A person’s concept of God is complex and depends on cultural and social factors as well as personal experiences and influences. When we compare and contrast the deities of monotheistic and polytheistic religions using the above attributes, we are faced with the problem of comparing apples and oranges. For example, the God of a Christian, a Jew or a Muslim is a single God – all are monotheistic religions today. Yet the nature and role of that God differs according to the culture and societal structures of the believers. The same can be said when comparing the high God of a polytheistic religion to that of a monotheistic religion. However, it is easier to compare the high Gods of the monotheistic religions to each other than with the Gods of the polytheistic religions. This is due to their simple nature – God for the Christians, Allah for the Muslims, and Yahweh for the Jews – are all omniscient, omnipotent, perfectly good supernatural beings. This is similar to the high God of many polytheistic religions (Chinese folk religion, Ancient Greek religion) which can also be seen as a single simple God when compared to the pantheon.

4. Philosophical debates on the existence of God

Recent writers such as John Mackie (The Miracle of Theism, 1982), J.L. Mackie sought to disprove the whole idea of a serene, perfect rational God as inconsistent with the world we live in. Mackie offered logical arguments against the existence of a perfect God, discussing at length his inconsistency with the existence of evil that we see in our world. Mackie goes on to classify evil in three levels: logical, natural, and moral evil, concluding that the existence of these three allows no room for a “wholly good and omnipotent” God. Mackie’s assertion is that we are forced to deny either God’s goodness or His omnipotence in order to retain the obvious premise that there is indeed evil in this world. He says “Hence a wholly good omnipotent God is quite compatible with there being no evil in the world, and quite compatible with there being no good in the world, so long as the alternative states of affairs are not due to any actions of His.” Mackie’s work sets forth a very strong argument against the existence of the God of classical theism and has received much opposition, including an entire book entitled The Faith of a Moralist by E.L. Mascall. This other work, however, only serves to confirm the notable influence of Mackie’s writing. Although most contemporary debate concerns the latter works of John Hick and is no longer metaphysical in method. From another aspect, Ernest Gellner’s Words and Things: A Critical Account of Language and Logic (1959) saw a much different side of God. Gellner suggests that religion and religious belief are completely necessary to humans, defining “modernity” as a time when human beings were beginning to lose the traditional frameworks of their lives and were pulled into a world of vast uncertainty. He saw religion as a response to the absurdity of the human condition, suggesting that man is a “cognitive amphibian,” lost in a world that is ill-suited to him. Gellner says that “he perished because he is too different from the environment in which he has to live.” This stance on religion refers to one very separate from the Gods of classical theism and towards writings on the God of faith, such as Paul Tillich’s work in Systematic Theology.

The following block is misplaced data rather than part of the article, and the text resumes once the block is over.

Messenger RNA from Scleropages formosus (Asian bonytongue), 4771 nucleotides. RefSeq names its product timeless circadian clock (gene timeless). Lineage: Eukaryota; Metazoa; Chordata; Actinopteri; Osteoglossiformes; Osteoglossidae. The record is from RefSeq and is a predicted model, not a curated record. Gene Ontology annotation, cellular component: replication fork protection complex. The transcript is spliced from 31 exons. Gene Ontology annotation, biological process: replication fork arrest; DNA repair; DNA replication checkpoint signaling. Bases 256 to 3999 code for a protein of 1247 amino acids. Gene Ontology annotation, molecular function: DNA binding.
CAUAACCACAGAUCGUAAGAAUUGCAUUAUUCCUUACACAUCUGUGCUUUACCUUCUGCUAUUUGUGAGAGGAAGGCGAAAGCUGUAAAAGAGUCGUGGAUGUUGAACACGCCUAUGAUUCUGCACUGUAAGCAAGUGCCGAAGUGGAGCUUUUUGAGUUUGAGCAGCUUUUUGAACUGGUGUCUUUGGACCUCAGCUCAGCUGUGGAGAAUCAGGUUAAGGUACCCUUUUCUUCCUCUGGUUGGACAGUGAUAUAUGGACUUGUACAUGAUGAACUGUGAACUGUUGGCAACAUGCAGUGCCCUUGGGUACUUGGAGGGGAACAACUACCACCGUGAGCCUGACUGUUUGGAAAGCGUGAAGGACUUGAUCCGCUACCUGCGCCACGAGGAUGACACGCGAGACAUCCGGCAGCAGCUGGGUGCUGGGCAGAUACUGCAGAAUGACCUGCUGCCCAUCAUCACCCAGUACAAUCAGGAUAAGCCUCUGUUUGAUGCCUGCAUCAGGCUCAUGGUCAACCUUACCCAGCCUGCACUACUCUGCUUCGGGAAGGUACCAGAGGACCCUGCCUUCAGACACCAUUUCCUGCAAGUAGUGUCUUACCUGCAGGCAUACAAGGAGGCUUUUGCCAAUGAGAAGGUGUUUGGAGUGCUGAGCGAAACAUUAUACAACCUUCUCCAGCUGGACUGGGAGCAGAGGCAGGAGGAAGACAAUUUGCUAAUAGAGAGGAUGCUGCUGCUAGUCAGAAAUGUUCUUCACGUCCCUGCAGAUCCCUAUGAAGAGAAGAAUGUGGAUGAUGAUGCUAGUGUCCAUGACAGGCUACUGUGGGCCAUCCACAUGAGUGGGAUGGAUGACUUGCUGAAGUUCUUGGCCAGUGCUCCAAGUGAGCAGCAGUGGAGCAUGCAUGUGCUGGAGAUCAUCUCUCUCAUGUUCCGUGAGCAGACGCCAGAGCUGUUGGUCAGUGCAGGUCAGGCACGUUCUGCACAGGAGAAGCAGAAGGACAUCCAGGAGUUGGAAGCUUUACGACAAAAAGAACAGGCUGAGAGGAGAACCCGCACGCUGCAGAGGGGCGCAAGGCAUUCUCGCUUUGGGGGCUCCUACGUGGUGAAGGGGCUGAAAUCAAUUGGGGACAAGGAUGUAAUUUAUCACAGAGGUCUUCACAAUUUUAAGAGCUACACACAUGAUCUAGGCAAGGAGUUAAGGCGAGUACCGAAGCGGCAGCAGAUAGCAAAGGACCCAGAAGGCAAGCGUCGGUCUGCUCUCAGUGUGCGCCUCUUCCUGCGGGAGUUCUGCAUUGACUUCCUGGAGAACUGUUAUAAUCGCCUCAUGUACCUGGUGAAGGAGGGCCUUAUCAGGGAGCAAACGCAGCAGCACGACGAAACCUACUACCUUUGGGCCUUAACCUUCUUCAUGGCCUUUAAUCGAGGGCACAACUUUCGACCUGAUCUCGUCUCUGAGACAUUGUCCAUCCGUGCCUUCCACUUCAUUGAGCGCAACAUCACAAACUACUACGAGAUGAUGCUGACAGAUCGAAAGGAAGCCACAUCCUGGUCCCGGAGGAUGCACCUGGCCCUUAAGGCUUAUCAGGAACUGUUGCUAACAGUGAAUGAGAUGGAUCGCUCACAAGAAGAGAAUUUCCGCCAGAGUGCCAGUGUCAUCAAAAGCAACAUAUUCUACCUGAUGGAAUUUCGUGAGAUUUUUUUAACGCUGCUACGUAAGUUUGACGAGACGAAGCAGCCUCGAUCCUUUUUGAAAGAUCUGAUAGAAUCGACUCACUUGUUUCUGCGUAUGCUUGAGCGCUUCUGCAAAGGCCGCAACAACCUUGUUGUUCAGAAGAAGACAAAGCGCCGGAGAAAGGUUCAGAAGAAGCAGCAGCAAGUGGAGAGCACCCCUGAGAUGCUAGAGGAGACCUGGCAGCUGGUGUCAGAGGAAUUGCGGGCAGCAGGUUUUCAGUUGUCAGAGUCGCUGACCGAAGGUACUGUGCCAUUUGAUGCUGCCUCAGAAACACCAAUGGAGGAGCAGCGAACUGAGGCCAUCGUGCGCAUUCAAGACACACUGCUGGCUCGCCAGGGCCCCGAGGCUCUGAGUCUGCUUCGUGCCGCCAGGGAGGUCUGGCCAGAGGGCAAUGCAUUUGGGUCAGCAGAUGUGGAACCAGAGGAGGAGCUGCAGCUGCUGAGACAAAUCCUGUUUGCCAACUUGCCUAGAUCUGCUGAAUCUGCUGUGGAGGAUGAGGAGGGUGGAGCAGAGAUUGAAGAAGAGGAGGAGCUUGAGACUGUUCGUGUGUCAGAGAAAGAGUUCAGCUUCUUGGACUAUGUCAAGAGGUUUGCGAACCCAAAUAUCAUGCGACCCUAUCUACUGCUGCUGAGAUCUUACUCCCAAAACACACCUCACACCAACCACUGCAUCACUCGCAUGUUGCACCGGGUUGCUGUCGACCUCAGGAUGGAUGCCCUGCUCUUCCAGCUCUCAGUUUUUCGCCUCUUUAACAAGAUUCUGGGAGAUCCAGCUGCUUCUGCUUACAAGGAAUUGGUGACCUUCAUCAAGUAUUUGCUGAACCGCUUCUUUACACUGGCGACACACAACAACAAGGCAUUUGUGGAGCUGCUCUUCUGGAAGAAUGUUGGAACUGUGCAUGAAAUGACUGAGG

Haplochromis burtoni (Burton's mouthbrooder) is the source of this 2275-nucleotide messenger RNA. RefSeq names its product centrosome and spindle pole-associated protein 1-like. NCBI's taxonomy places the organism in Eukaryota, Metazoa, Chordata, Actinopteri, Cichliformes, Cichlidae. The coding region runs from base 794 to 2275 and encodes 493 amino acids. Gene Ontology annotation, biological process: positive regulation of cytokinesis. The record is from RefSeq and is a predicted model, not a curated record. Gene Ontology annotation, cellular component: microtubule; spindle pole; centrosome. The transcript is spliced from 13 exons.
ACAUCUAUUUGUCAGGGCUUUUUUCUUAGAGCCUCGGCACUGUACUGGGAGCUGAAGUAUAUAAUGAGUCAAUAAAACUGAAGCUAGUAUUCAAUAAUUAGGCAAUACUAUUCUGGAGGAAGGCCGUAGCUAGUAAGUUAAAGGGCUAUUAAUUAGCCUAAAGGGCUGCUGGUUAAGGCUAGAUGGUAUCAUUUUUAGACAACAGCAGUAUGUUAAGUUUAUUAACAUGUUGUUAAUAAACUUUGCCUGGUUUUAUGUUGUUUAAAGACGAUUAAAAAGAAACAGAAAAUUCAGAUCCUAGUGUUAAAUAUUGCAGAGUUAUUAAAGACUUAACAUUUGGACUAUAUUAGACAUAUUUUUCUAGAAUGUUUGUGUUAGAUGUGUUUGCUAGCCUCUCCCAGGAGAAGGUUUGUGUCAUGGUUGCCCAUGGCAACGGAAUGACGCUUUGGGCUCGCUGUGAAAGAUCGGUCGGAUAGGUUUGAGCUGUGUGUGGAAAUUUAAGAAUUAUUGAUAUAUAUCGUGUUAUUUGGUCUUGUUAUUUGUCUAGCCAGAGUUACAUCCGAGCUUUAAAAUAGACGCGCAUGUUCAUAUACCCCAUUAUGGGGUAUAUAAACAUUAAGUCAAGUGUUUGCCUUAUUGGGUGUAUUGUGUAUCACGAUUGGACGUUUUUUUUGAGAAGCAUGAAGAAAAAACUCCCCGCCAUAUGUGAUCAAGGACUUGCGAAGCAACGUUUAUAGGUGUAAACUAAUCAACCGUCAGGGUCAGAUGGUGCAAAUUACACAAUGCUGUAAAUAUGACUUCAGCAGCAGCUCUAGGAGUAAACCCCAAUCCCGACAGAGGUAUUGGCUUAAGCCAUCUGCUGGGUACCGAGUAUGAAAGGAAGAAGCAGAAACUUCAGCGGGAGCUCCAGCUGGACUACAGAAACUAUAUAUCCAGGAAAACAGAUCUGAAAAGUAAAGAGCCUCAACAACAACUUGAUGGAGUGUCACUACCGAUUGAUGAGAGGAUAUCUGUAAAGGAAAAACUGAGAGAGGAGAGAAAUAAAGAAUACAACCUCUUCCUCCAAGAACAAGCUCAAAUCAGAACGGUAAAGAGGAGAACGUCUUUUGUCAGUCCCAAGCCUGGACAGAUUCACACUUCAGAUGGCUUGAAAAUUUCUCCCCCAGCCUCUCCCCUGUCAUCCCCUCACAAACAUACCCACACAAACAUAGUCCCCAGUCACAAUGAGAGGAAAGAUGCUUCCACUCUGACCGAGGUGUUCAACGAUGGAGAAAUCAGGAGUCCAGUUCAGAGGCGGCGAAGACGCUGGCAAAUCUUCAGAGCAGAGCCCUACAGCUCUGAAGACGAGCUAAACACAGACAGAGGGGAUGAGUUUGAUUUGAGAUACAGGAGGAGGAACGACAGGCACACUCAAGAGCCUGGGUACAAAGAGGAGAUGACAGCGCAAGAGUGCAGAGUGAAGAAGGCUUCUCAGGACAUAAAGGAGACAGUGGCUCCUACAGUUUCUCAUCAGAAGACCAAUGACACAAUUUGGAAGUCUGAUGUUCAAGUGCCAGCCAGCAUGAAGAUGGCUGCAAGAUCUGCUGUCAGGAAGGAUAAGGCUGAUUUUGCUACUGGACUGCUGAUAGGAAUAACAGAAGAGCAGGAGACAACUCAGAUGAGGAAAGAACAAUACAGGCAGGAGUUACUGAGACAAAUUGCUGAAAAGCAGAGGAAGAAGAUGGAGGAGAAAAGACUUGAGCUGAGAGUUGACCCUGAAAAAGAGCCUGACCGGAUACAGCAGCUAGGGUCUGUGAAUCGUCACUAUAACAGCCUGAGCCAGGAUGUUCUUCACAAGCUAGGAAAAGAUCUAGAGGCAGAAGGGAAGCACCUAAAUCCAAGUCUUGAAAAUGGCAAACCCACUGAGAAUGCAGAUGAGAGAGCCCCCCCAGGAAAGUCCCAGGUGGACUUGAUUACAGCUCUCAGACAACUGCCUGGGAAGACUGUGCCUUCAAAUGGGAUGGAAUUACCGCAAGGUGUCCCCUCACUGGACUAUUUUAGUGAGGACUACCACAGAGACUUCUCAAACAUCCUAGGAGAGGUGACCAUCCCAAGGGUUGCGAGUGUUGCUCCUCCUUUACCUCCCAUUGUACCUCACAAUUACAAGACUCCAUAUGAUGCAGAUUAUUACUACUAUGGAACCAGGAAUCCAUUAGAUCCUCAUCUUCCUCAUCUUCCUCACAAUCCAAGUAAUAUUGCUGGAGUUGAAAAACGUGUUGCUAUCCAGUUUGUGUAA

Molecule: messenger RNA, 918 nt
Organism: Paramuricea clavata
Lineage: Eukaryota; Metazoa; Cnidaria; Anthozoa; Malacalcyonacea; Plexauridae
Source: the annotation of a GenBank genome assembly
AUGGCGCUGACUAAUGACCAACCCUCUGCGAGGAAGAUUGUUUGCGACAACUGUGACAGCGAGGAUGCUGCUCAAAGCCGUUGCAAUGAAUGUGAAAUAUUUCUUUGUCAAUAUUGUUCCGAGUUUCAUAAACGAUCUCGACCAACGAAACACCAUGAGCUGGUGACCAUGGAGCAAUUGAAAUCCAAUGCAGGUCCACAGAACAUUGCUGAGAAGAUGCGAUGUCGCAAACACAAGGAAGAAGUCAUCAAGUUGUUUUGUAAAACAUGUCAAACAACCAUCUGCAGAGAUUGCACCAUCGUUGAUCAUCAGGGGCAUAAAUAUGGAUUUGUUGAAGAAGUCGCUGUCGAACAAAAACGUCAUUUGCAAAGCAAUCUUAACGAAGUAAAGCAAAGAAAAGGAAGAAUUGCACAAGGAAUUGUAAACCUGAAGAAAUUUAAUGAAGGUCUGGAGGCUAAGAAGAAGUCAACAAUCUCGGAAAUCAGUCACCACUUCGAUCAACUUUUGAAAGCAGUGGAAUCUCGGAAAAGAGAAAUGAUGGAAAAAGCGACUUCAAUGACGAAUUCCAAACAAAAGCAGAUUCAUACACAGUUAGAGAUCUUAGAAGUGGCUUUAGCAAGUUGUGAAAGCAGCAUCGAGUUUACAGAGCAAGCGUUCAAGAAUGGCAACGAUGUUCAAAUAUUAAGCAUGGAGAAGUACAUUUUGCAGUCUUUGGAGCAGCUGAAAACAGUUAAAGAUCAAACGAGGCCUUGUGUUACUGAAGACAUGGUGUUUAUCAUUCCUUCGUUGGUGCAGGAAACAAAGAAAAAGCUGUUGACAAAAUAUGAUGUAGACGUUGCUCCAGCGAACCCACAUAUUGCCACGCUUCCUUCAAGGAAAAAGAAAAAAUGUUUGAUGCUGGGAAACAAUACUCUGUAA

5. Personal beliefs and experiences of God

This section starts with the profound experiences of those who continue to believe that they have encountered God or been recipients of particular graces. These are private or “inner” experiences and in some cases may differ quite markedly from the beliefs of the religion they adhere to. It has been argued that belief and experience are so intertwined that it may be impossible for some people to alter their beliefs about God without a change in their experiences. This section includes discussions about difficulties in talking about experiences of God and how far religious language is shaped by such experiences. Some people, whether theistic or non-theistic, maintain an agnostic position about the existence of God but believe that this question is less important than questions about the meaning of symbols used in religious discourse and practice. There is an intriguing contrast between this and the self-consciously atheistic attitudes of others. It is not always clear however that those who profess atheism are repudiating the same God whose existence they are said to be denying. This section concludes with a discussion of differing attitudes to the intelligibility of the belief in God.